1. ComputerJanitor*

        Yeah, three of our employees use V/R as a sign off and all have military service history. It’s definitely quirk of that system and doesn’t really work well in civilian life.

    2. Alias Sydney*

      I have a co-worker that does the “very respectfully” and it just seems like…too much? Like “Warmest regards”, it’s almost too sappy or something. It just doesn’t feel business-y and a little OTT.

      1. kitryan*

        That’s why I hate ‘best’. It just feels sappy? Grating? Like, what, you’re too good for ‘thanks’ or ‘thank you’?
        It does *not* help that one person who uses this sign off that I deal with regularly is pretty much at BEC stage w/me, so I’m already primed to find it super irritating.

        1. Alias Sydney*

          Plus, as someone below said, it’s submissive, like the receiver of the email can’t just handle the instruction/information directly without being coddled.

        2. biobotb*

          What do you use if your email isn’t thanking anyone for anything or making any request of them?

          1. kitryan*

            Ah, interesting thought- 99 our of 100 times I’m requesting info/confirmation/an action be taken or thanking someone for providing those things, since I review and process internal company submissions.
            On the rare occasions when an email doesn’t fit that mold, it’s usually a super casual email, so no sign off beyond the appended email signature, which is usually just my name (for most internal emails). These would be ‘Hey co worker, I’m clocking out for lunch, be back in an hour’ emails or similar.
            Email culture at my company is (surprisingly, considering it’s an industry not known for its casual nature) pretty laid back, so no sign off for casual emails isn’t particularly weird.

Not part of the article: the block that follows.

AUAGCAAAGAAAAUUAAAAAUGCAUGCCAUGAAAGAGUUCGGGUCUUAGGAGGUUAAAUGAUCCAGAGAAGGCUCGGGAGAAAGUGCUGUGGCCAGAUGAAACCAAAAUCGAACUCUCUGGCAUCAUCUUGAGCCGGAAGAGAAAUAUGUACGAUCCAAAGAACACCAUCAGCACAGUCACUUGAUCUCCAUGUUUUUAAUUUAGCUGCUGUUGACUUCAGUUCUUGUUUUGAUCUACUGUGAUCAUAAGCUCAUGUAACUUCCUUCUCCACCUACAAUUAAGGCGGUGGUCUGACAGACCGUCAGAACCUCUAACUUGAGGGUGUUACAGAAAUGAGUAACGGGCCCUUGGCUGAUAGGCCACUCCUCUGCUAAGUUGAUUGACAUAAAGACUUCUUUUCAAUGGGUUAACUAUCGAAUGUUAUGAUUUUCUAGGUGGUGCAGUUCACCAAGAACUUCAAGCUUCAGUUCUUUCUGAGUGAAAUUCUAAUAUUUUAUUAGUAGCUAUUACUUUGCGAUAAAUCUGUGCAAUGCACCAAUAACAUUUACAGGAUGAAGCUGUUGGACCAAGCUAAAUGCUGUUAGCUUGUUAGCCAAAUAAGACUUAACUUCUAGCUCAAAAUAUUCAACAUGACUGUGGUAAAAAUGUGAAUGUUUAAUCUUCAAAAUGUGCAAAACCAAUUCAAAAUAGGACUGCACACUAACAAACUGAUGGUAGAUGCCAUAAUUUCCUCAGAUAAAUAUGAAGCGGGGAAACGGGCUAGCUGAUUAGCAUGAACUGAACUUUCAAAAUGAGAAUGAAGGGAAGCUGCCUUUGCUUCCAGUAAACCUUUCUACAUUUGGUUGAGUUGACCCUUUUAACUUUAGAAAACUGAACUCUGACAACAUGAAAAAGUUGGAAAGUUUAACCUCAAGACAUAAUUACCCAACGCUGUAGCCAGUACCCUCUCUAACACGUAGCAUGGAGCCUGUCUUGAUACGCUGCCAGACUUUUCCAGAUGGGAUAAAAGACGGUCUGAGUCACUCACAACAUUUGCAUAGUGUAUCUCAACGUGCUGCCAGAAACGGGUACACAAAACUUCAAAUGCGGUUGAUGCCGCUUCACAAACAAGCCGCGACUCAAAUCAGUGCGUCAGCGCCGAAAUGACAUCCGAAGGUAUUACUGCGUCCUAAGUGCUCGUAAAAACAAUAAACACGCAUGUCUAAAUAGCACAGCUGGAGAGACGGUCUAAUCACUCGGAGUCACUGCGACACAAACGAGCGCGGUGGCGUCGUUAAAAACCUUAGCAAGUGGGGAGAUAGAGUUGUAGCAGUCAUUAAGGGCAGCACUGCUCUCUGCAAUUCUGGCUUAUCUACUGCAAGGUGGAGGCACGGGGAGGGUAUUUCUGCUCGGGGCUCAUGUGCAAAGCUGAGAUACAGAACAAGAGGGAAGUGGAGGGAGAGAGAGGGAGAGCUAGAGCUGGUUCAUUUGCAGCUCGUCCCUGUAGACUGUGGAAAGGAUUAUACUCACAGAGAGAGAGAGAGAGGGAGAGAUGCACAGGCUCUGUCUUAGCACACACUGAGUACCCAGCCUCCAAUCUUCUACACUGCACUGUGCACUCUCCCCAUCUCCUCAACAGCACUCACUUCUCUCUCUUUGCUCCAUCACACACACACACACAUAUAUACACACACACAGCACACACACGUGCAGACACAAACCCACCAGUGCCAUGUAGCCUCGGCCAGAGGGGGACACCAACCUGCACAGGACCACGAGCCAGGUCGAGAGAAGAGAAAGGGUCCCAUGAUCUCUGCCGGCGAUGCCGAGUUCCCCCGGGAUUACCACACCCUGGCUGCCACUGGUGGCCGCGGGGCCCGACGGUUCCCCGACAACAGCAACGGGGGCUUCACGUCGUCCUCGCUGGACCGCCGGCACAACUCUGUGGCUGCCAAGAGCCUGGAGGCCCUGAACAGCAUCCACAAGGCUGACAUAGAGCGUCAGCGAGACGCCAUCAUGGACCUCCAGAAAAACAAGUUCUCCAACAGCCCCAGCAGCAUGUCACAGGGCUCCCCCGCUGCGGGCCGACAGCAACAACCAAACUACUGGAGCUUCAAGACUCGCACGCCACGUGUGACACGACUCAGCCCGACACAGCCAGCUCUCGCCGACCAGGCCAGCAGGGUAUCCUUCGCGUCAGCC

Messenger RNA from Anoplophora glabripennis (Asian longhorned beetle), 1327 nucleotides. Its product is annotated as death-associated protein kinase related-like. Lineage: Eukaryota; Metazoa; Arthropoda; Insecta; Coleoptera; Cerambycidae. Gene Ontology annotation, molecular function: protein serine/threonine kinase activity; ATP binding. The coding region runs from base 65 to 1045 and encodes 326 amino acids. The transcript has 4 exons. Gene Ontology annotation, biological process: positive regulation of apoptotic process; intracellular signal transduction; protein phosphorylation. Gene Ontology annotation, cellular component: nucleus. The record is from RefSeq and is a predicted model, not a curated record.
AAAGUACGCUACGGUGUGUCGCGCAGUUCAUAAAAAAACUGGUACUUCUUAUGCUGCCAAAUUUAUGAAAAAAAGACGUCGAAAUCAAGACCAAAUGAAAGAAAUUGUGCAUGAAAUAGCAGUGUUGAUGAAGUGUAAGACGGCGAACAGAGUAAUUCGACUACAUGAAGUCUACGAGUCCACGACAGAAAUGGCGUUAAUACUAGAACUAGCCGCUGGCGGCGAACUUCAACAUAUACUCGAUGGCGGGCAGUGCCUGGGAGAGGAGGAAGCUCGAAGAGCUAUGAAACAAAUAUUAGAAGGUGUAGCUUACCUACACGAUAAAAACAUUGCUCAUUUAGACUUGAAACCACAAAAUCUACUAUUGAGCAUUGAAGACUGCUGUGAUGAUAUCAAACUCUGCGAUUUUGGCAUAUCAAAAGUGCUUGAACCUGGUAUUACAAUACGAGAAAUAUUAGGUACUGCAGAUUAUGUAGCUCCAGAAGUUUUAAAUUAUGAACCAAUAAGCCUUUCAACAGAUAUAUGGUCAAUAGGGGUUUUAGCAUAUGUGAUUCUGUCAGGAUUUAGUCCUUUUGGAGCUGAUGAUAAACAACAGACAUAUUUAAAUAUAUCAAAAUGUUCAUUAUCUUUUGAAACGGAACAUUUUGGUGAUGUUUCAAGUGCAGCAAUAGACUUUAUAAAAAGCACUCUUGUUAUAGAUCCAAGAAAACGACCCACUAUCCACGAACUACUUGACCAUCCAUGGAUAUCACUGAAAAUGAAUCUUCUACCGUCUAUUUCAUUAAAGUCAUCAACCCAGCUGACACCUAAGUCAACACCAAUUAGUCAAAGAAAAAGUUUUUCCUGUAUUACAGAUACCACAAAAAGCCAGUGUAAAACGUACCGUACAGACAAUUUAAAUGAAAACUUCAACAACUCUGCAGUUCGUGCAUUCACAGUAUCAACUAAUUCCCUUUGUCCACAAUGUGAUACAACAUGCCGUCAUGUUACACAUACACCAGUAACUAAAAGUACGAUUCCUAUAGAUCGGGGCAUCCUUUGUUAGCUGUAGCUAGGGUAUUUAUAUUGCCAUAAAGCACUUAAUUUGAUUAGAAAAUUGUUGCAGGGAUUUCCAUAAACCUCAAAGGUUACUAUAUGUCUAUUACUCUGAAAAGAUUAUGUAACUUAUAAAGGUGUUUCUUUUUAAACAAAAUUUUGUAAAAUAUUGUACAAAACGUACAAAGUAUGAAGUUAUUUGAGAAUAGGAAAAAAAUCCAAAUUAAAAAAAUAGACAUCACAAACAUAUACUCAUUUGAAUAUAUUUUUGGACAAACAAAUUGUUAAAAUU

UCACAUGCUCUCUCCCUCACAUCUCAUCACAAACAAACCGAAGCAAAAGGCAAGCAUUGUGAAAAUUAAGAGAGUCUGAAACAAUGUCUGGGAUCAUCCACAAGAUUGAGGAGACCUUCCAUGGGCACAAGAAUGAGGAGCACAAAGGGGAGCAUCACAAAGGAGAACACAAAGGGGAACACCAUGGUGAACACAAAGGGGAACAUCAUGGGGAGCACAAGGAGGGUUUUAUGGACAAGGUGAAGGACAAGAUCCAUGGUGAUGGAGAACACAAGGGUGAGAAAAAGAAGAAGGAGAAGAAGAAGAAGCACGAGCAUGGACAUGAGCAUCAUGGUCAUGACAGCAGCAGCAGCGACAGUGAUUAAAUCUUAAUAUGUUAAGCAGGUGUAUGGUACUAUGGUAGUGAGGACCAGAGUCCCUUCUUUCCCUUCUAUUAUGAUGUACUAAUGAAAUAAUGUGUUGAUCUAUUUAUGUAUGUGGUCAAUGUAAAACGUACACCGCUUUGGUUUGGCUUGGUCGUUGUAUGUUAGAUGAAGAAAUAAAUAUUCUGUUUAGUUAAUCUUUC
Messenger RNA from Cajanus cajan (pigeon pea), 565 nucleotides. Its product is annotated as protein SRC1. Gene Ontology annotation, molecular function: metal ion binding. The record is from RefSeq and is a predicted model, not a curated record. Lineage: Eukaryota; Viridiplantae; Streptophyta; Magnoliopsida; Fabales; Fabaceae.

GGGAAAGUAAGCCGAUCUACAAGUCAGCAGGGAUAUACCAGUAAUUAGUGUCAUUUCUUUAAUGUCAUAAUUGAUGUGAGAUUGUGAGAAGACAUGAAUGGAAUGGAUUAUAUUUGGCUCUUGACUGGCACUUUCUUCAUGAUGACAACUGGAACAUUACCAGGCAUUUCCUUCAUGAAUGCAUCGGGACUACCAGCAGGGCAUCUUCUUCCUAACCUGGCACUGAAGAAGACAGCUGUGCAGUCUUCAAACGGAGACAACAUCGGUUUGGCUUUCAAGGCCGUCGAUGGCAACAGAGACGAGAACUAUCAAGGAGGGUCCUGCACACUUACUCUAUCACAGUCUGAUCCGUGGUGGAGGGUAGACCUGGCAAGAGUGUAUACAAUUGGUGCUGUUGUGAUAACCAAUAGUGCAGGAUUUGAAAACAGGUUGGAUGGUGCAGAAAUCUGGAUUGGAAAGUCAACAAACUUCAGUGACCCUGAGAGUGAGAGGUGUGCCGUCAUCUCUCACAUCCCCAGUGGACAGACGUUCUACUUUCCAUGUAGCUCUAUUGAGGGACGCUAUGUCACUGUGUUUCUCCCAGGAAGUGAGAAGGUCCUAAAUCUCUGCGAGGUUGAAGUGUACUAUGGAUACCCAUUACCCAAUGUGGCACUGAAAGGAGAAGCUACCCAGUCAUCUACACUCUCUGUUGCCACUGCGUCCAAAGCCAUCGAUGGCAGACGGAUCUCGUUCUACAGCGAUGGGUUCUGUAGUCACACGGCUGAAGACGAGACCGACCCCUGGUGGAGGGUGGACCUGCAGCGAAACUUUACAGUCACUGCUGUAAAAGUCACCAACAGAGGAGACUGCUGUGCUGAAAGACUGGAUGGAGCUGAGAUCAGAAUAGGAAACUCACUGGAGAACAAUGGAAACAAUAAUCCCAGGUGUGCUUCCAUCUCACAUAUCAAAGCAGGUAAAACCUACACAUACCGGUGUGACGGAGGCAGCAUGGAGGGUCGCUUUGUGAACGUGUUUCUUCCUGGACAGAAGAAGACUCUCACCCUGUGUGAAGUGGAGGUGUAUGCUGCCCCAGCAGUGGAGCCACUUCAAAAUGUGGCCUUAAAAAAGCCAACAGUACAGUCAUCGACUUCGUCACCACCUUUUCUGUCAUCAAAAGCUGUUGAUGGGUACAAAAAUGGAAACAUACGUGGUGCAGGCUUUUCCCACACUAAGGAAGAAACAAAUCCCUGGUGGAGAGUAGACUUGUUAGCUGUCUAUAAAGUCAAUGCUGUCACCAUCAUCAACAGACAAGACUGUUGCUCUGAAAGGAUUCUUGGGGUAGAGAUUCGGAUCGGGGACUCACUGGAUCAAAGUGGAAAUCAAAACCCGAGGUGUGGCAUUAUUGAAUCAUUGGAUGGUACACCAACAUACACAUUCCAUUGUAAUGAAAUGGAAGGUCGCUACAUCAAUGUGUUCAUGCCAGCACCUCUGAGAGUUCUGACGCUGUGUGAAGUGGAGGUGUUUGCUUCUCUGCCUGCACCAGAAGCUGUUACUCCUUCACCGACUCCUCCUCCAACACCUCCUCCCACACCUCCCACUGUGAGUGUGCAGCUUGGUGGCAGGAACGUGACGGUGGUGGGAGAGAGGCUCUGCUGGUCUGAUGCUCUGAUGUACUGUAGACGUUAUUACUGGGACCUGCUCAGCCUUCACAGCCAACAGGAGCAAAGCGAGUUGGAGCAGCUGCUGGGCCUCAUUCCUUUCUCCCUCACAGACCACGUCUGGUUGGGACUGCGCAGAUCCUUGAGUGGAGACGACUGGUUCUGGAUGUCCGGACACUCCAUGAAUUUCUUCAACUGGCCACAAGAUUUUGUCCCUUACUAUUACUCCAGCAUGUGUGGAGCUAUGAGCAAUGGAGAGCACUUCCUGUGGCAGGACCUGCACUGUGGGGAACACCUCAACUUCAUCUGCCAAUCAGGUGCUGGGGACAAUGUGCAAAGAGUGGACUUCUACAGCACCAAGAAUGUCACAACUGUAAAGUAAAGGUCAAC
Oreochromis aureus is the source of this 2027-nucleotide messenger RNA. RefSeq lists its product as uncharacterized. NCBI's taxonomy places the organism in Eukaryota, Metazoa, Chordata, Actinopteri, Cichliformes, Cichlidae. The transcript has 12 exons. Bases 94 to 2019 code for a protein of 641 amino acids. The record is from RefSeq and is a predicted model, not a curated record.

On rare cases where it’s not a request but a sign off seems appropriate I might say ‘Have a great evening/weekend/holiday!’ or ‘Hope you’re doing well,’.
            I haven’t found I need much in the way of other options.

            1. kitryan*

              Oh, and the ‘Best’ person is in a similar position – we’re usually communicating about things we need from each other’s departments so ‘thanks’ would be fine for most of their emails too. I readily acknowledge that it’s mostly a me-thing to be bothered by it, it’s not inherently wrong or bad of them.
              Another mostly me thing-I’m also bothered by getting emails to me and my co-worker that start ‘Hey ladies’, because it weirds me out to be gendered (in a not entirely appropriate way, though they don’t know that) immediately in an email and with a salutation that has some weird cultural baggage regarding appropriate (i.e. ladylike) behavior for women that I don’t subscribe to.
              But it’s not ill intentioned and pushing back might start a convo I’m not interested in having at work about what I personally feel about gender and my own gender identity. I’d just rather my work emails not address my gender at all unless it’s unavoidable – which would pretty much be only emails about the women’s bathroom being closed or similar I guess?
              Oddly, I mentioned not liking this as a email opener to my parents, in conversation, and my dad, who’s normally kind of ‘that’s not something you should let bother you’ about these sorts of things, agreed that it was a bit grating/weird. That was oddly validating.

            1. Elitist Semicolon*

              In grad school I sent my u’grad advisor a quick update and she signed the response with “With every good wish” and I felt like I’d just been brushed off by the Queen to go back to my dirt-floored hovel.

        3. My Cabbages!*

          I usually use “Best” because I am usually responding to a student. I am helping them, so “Thanks” isn’t really appropriate. “Yours” is too intimate. If there’s a better sign off, I’m all ears.

          (I am vaguely considering “Stay Gold” after reading comments though.)

      2. MigraineMonth*

        I just had a conversation with a tech support person, and for some reason they repeatedly used the phrase “Anything for you, [FirstName]!” Which seemed a bit over the top.

      3. Chapeau*

        I have two people I work with who work at the same company. One person’s email signature is Warmest Regards. The other’s is simply Regards. I have never met either one in person, but I’m pretty sure I like Warmest Regards more. His emails feel “nicer” to me than Regards’ do.

    3. Scott*

      V/R is extremely common and expected in the military and I’m surprised anyone would find it off-putting. Although I’m retired from active duty, I still work in a military field and use V/R in almost every work email.

    4. Blue Cat of Castleton*